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Christ the Teacher Catholic School choir brings music, smiles to Veterans Administration Medical Center in Elsmere: Photo gallery

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The Christ the Teacher choir opened its performance at the VA Medical Center in Elsmere on Jan. 29 with the Beatles "Here Comes the Sun." Dialog photo/Mike Lang

ELSMERE — Students from Christ the Teacher Catholic School’s choir began Catholic Schools Week with a road trip to Elsmere to perform a service project for the military veterans seeking services at the Veteran Administration Medical Center there.

Thirteen girls in sixth through eighth grade, along with eighth-grader Brendan Mack, traveled to the medical center, along with music teacher Rick Johnson and principal Kelly Lanza. There, they sang a selection of songs in the lobby, then again in the facility’s canteen. Veterans and hospital employees listened to the music, with a few recording some of the performance on their cell phones.

The group opened with the Beatles’ classic, “Here Comes the Sun,” followed by the national anthem and “My Country Tis of Thee” and a few other selections. Mack also performed a piano solo in the lobby.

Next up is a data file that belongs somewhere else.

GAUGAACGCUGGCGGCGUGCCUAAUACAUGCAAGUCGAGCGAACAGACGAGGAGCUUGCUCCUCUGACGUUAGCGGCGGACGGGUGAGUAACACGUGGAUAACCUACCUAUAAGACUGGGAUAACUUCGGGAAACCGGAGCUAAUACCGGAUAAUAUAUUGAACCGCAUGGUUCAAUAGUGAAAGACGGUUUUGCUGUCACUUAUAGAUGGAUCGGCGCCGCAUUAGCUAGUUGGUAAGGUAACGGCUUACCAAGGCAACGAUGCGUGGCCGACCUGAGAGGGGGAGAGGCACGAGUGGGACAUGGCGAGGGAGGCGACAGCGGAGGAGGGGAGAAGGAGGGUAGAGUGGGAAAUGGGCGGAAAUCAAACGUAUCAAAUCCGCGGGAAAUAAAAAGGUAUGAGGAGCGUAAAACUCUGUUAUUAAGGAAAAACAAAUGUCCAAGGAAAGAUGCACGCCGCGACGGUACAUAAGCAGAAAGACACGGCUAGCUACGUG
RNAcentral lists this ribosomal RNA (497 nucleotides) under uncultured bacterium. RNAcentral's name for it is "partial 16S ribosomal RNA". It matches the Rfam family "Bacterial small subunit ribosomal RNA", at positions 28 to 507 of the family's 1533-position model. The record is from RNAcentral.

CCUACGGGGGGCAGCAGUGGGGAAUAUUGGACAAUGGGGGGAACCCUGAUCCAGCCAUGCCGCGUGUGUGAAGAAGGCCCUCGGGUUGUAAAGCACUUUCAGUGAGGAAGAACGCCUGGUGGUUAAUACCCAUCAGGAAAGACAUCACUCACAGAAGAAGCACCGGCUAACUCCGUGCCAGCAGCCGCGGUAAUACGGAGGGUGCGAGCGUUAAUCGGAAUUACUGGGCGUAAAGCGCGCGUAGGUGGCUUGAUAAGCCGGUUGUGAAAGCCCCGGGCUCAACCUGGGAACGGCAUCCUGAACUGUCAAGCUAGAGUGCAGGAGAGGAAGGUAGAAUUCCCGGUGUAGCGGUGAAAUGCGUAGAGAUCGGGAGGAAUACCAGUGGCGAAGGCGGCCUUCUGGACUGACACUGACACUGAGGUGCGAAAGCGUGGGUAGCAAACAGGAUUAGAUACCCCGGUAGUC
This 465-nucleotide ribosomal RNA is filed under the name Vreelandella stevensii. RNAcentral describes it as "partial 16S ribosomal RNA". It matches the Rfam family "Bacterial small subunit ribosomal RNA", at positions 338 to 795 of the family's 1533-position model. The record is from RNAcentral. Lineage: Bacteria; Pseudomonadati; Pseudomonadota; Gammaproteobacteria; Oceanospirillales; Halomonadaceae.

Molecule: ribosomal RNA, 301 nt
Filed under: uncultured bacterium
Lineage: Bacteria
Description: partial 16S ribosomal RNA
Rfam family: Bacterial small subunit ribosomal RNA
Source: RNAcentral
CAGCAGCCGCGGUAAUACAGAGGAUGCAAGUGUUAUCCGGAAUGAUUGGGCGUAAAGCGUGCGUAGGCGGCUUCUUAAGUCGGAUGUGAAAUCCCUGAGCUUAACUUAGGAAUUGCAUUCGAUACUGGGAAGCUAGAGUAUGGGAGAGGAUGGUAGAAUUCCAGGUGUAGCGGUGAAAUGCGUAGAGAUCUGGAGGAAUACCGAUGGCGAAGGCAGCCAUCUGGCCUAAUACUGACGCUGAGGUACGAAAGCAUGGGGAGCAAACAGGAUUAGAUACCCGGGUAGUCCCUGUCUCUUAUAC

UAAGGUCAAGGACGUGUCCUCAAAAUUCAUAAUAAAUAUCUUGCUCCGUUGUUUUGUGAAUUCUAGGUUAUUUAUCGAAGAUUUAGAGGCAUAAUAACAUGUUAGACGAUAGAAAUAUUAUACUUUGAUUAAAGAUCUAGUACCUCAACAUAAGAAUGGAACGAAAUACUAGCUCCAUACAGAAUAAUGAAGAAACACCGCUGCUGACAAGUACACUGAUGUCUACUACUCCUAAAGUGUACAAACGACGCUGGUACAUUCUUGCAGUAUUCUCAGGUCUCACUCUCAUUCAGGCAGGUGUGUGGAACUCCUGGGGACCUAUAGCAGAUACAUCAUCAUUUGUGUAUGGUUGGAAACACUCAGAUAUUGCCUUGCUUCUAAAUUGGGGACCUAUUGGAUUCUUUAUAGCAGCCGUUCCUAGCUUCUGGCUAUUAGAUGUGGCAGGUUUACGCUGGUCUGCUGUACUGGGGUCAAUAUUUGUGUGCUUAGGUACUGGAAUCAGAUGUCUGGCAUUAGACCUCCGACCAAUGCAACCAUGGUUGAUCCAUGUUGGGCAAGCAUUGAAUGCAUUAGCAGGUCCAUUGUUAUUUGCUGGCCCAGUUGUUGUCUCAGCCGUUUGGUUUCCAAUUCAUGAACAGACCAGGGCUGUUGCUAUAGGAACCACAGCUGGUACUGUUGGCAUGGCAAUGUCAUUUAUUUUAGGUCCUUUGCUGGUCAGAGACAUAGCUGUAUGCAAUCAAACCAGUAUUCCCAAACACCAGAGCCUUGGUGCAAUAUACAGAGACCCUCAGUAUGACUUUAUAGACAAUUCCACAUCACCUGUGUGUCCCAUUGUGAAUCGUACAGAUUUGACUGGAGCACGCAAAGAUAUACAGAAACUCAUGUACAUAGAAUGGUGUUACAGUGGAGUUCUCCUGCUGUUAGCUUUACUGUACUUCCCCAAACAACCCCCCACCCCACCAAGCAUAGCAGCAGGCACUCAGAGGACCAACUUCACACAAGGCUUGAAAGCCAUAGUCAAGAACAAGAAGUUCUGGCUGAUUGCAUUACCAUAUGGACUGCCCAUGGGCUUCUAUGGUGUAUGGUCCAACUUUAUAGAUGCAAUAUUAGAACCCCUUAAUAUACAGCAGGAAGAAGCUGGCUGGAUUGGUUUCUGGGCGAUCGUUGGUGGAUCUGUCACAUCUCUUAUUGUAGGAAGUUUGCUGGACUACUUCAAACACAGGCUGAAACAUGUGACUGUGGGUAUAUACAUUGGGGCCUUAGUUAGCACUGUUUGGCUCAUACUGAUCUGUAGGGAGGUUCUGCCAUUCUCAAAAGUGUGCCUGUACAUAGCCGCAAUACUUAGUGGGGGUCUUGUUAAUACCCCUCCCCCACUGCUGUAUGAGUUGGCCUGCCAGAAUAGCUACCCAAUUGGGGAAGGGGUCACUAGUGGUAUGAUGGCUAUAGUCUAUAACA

Lanza said one of Christ the Teacher’s board members is affiliated with the medical center and connected the school with the facility.

“There’s consistently an ask for music at different locations, and it’s really hard to get people to come out and commit,” she said.

Students who didn’t travel to Elsmere are also performing service for the veterans, Lanza said.

“As part of our service learning, we’re doing cards for the vets at every grade level and also seeking donations of coffee,” she said. “They go through coffee quite a lot.”

Sophia Franck, a sixth-grade student, said she didn’t know anything about the VA medical center before the visit. She described herself as “a little nervous, but overall it was pretty cool to have them watching us singing.”

Her classmate, Fiona Heaney, said her favorite song the choir performed was “You Can Count on Me.” She said she was nervous when a lot of people were watching, but it was worth it to perform for the veterans.

“They’ve done a lot for our country,” she said.

One veteran approached Lanza in the lobby to ask if there was a recording of the performance he could acquire. Unfortunately, there was not, but snippets could end up on the school’s website and social media, she told him. Another vet walked up to the choir in the canteen and thanked them for coming, saying the children didn’t know how much it meant to the patients and staff. Father Donald Van Alstyne, a retired Army chaplain and currently a chaplain at the medical center, heard the group was there and came up to the canteen to thank them as well.

For the choir’s efforts, the VA surprised the students, Johnson and Lanza with a complimentary lunch.

Photos by Mike Lang.